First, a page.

Comprehensive Course in the Hormonal Treatment for Breast Cancer

By: Emmeline Elaine Cua-Delos Santos, MD

These estrogen-positive tumors are dependent on the estrogen receptor and its cognate ligand, estrogen, for their growth, survival, and progression. Thus, hormonal treatment is a systemic treatment and is recommended for hormone receptor-positive tumors. The different signaling pathways lead to estrogen proliferation and thus these receptor site modulations can provide suppression and treatment. Current evidence on hormonal treatment has shown improved survival both in the adjuvant setting as well as metastatic setting.

The second virtual meeting was held last June 8, 2022, and centered on Hormonal Treatment for Prophylactic and Early Breast Cancer as well as Locally Advanced and Metastatic Breast Cancer. The meeting was led by Dr. Mark Richard Kho and Dr. Marc Denver Yray. Current evidence showed that Tamoxifen, taken for 5 years, reduced the risk of developing invasive breast cancer by 50% in postmenopausal women who were at increased risk. For decades, hormonal therapy had been the cornerstone in the treatment of hormone receptor-positive early-stage breast cancer. In locally advanced breast cancer, neoadjuvant endocrine therapy represents a feasible and effective treatment option especially in ER+ HER2-negative post-menopausal patients, with aromatase inhibitors administered preoperatively for 3-6 months being the gold standard. A promising therapeutic strategy is represented by the combination of an aromatase inhibitor and a target agent such as a CDK4/6 inhibitor or PI3K-AKT-mTOR pathway inhibitor, although further studies are required to confirm preliminary data. In the metastatic setting, hormonal treatment had been considered the standard initial treatment for HER2-negative metastatic breast cancer that is also hormone receptor-positive.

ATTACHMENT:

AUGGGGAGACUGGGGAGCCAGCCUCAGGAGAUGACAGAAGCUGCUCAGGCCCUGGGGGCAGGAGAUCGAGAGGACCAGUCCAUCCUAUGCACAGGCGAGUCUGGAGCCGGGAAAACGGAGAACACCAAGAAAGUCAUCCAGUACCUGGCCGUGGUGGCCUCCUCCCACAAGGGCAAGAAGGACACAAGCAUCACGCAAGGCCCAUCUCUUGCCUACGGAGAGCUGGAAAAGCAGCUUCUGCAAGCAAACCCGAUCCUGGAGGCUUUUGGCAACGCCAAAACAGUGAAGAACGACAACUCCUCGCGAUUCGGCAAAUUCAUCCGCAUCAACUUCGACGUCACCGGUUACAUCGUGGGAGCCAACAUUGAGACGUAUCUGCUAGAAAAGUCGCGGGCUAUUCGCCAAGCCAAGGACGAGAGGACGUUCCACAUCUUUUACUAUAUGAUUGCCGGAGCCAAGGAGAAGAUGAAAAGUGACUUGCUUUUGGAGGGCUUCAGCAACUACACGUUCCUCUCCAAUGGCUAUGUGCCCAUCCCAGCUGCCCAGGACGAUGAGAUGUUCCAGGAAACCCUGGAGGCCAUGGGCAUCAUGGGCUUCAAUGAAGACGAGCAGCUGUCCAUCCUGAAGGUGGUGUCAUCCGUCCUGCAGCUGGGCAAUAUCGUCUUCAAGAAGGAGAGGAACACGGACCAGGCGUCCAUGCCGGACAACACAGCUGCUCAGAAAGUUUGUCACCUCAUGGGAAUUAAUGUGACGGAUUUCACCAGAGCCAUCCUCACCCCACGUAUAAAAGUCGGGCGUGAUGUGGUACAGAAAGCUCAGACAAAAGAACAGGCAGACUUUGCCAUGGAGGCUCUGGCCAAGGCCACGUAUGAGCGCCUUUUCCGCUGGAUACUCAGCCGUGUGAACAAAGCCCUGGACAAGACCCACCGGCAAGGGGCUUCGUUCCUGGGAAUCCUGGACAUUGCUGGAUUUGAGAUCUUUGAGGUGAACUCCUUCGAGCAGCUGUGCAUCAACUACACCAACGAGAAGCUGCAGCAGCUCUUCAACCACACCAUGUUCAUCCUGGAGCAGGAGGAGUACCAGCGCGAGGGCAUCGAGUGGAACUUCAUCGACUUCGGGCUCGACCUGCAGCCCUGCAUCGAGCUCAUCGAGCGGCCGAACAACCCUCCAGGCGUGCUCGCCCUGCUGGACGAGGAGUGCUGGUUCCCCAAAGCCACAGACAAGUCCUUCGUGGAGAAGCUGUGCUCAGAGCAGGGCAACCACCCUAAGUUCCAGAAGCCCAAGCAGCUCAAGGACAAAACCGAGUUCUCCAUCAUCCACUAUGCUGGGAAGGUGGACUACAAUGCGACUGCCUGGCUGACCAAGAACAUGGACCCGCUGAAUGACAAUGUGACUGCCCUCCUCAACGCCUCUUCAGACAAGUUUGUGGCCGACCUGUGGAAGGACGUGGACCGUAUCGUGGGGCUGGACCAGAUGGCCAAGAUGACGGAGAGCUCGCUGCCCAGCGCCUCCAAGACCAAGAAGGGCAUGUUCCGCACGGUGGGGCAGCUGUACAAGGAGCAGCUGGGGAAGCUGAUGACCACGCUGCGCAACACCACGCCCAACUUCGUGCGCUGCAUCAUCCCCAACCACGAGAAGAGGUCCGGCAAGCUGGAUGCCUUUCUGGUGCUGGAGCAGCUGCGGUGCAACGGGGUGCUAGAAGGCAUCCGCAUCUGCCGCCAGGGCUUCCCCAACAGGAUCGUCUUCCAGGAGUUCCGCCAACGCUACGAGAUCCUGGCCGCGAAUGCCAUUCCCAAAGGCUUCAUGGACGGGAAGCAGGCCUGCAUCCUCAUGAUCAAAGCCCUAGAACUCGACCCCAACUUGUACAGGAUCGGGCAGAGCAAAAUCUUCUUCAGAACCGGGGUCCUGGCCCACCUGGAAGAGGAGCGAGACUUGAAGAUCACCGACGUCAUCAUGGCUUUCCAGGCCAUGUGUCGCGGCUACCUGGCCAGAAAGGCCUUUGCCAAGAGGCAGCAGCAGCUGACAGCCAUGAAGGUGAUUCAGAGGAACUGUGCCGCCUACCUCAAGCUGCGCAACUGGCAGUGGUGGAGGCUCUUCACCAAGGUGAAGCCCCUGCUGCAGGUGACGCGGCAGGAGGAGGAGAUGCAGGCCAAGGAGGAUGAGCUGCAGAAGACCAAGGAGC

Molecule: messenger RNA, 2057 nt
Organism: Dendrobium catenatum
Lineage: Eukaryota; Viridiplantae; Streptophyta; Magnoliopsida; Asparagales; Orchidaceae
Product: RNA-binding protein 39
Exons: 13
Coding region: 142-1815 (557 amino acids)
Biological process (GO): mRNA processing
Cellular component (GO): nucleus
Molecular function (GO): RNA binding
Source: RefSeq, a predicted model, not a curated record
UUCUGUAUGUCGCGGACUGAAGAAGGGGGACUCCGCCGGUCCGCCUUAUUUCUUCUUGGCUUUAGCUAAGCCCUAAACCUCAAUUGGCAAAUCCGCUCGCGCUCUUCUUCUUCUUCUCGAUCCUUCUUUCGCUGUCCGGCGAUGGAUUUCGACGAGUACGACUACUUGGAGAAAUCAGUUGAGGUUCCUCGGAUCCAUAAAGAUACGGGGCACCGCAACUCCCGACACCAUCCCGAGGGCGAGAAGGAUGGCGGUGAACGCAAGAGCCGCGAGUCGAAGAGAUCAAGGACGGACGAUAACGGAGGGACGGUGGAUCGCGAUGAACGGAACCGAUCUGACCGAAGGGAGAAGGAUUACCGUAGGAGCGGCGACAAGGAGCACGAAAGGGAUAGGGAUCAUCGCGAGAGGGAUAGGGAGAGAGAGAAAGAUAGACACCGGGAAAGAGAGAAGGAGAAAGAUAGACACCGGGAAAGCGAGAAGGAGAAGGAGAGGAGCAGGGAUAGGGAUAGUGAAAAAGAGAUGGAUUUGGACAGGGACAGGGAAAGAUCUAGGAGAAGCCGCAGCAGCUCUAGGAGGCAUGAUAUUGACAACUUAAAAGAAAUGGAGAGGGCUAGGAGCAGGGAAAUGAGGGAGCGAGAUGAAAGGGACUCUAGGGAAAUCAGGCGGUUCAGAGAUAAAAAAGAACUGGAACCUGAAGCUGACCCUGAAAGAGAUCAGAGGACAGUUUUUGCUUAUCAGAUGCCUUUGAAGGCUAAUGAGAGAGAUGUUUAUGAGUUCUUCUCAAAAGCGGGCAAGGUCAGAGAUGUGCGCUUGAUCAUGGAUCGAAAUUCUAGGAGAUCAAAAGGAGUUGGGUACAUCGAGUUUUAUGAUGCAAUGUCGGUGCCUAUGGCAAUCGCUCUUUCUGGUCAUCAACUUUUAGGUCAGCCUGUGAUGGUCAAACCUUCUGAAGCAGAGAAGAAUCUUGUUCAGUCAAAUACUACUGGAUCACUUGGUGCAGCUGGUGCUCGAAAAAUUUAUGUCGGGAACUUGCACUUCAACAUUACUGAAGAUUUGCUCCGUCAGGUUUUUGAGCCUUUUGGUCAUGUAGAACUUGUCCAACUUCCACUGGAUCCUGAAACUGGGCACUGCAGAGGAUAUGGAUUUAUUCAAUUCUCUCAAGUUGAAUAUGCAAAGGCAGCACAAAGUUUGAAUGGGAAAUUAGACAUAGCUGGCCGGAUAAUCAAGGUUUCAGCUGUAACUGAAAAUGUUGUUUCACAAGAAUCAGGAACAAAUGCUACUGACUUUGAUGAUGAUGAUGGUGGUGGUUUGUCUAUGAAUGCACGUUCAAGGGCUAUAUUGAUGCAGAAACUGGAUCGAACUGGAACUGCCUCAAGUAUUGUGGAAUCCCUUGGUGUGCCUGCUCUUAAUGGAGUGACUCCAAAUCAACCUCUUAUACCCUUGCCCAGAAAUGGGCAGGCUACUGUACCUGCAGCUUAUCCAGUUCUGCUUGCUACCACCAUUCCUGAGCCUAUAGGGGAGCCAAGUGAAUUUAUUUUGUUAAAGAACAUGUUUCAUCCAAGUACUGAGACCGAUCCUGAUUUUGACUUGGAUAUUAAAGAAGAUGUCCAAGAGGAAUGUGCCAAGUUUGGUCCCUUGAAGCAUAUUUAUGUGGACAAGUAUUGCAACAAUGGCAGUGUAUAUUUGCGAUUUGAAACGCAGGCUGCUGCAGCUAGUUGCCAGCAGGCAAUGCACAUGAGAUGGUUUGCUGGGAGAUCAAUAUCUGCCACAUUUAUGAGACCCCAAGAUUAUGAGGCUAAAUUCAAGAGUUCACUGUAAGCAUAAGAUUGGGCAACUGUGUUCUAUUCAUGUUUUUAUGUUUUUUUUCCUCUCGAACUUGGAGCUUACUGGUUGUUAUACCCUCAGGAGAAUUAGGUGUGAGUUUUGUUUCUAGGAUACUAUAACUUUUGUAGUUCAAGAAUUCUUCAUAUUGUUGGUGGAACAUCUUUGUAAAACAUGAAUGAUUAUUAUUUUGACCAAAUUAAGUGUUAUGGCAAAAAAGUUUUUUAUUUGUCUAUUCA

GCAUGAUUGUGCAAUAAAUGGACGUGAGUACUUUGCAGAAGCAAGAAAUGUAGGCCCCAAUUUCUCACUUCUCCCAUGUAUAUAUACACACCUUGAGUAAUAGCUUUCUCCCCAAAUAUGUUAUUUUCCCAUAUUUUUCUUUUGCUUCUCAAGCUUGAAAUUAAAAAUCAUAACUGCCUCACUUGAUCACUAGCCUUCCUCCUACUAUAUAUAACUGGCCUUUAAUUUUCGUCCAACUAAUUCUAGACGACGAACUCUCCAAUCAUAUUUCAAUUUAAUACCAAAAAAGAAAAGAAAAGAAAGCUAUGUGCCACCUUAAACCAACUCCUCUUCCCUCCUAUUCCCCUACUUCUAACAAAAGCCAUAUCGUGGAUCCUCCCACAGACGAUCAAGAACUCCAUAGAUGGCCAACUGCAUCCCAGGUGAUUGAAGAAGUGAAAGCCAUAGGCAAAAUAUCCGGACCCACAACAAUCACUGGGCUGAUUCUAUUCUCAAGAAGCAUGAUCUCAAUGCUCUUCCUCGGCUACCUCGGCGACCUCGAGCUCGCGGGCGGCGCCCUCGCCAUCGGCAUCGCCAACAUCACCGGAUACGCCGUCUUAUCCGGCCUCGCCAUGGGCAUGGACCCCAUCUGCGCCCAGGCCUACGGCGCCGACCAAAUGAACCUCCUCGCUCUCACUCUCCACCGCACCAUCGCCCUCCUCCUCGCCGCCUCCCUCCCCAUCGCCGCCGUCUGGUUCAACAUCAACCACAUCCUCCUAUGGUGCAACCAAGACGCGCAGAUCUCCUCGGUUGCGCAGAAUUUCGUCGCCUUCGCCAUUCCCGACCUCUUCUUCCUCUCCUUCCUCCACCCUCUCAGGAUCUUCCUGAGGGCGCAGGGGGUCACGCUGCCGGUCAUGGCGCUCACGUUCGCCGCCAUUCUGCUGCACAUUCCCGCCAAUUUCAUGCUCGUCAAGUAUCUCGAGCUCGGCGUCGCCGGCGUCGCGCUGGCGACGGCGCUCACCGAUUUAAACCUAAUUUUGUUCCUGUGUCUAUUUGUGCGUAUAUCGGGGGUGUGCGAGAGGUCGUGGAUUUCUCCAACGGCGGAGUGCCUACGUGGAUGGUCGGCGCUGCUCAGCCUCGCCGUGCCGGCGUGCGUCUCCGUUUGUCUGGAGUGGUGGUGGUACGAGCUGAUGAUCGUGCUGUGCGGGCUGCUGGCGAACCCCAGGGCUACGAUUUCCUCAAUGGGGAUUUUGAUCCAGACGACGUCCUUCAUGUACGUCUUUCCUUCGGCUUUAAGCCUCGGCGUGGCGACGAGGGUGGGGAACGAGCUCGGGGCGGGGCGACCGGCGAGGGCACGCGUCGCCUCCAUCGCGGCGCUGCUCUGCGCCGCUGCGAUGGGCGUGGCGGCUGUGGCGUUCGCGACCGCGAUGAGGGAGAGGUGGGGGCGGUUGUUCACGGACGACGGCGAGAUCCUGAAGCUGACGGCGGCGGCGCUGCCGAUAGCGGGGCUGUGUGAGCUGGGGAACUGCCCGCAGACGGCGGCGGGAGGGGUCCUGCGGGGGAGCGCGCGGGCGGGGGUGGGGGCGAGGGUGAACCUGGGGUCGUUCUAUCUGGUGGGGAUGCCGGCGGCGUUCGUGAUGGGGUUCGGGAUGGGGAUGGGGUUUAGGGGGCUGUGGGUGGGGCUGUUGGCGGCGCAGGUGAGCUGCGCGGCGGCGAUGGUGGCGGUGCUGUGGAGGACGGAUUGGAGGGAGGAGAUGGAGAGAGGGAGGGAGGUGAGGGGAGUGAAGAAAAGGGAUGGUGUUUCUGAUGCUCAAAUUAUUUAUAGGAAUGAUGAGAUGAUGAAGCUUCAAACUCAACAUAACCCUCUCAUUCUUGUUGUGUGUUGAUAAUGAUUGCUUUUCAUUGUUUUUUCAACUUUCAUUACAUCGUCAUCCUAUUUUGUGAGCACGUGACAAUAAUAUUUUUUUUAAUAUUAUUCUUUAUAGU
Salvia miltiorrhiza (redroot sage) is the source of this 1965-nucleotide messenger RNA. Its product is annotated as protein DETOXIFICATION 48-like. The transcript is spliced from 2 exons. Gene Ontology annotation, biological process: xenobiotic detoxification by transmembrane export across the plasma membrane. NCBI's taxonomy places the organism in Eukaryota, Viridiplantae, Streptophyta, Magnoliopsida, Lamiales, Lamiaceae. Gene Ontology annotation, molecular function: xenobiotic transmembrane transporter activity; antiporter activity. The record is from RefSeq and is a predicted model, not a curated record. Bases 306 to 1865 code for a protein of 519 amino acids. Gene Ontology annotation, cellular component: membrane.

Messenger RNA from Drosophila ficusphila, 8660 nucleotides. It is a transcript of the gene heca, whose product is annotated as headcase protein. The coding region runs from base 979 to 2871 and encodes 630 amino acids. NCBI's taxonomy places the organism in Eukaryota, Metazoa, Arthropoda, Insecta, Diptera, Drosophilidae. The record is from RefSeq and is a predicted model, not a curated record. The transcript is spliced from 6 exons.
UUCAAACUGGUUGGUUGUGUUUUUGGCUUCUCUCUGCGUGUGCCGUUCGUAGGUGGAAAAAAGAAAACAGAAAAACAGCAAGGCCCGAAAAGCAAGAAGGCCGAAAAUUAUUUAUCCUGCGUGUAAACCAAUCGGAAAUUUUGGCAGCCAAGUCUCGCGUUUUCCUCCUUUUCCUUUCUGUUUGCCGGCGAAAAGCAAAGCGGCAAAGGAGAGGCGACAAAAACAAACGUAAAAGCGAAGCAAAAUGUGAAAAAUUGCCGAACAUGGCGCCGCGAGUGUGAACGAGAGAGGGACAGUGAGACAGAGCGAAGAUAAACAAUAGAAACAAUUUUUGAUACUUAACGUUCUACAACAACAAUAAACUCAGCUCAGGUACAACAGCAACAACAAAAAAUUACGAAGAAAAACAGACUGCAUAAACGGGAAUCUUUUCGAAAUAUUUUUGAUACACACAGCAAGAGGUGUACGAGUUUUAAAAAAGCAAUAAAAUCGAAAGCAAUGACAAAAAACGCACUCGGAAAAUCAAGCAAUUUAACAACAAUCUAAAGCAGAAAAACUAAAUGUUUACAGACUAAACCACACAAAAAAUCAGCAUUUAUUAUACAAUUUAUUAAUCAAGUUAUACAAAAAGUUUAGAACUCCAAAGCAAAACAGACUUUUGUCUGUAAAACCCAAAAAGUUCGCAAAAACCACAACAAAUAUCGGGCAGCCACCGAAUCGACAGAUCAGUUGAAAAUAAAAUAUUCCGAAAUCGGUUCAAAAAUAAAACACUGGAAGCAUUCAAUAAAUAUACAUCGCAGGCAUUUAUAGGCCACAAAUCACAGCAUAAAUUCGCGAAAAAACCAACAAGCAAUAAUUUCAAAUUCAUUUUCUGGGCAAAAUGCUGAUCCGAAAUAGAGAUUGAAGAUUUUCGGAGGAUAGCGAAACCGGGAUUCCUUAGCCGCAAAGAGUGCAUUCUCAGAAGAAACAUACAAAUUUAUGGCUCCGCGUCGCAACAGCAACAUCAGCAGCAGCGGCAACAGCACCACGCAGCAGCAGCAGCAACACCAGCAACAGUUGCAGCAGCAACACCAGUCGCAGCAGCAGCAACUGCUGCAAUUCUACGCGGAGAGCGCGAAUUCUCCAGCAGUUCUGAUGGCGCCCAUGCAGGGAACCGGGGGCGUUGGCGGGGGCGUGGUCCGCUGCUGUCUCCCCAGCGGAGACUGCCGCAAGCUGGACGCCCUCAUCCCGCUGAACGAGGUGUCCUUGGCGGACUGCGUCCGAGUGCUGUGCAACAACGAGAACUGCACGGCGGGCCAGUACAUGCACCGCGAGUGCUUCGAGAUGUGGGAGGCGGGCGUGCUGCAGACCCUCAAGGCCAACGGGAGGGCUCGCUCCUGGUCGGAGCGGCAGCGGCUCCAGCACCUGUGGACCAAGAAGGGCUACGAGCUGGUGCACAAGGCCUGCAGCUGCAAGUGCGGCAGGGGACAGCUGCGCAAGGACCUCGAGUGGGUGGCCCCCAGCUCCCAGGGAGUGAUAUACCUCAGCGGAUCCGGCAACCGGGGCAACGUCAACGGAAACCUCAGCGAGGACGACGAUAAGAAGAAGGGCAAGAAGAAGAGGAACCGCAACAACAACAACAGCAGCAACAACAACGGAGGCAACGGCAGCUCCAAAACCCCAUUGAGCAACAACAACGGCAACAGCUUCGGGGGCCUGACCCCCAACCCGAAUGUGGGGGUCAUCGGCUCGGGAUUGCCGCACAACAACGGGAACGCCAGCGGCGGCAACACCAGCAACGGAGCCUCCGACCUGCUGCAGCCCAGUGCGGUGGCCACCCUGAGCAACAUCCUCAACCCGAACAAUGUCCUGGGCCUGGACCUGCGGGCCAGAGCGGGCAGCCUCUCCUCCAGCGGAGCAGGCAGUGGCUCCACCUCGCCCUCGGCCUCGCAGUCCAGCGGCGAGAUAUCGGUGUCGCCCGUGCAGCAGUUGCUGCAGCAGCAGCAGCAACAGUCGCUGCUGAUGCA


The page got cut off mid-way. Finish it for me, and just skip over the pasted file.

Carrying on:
The pandemic years had posed new challenges in delivering the treatments for our breast cancer patients. New exciting data is emerging on the benefit of hormonal treatment, especially for our patients who were not able to access treatment during the height of the pandemic. Our resilience, as physicians and that of our patients, during the pandemic will surely be an inspiration for us to pursue our learning in the fast-evolving treatment of breast cancer.

Surgical Oncology Society of the Philippines
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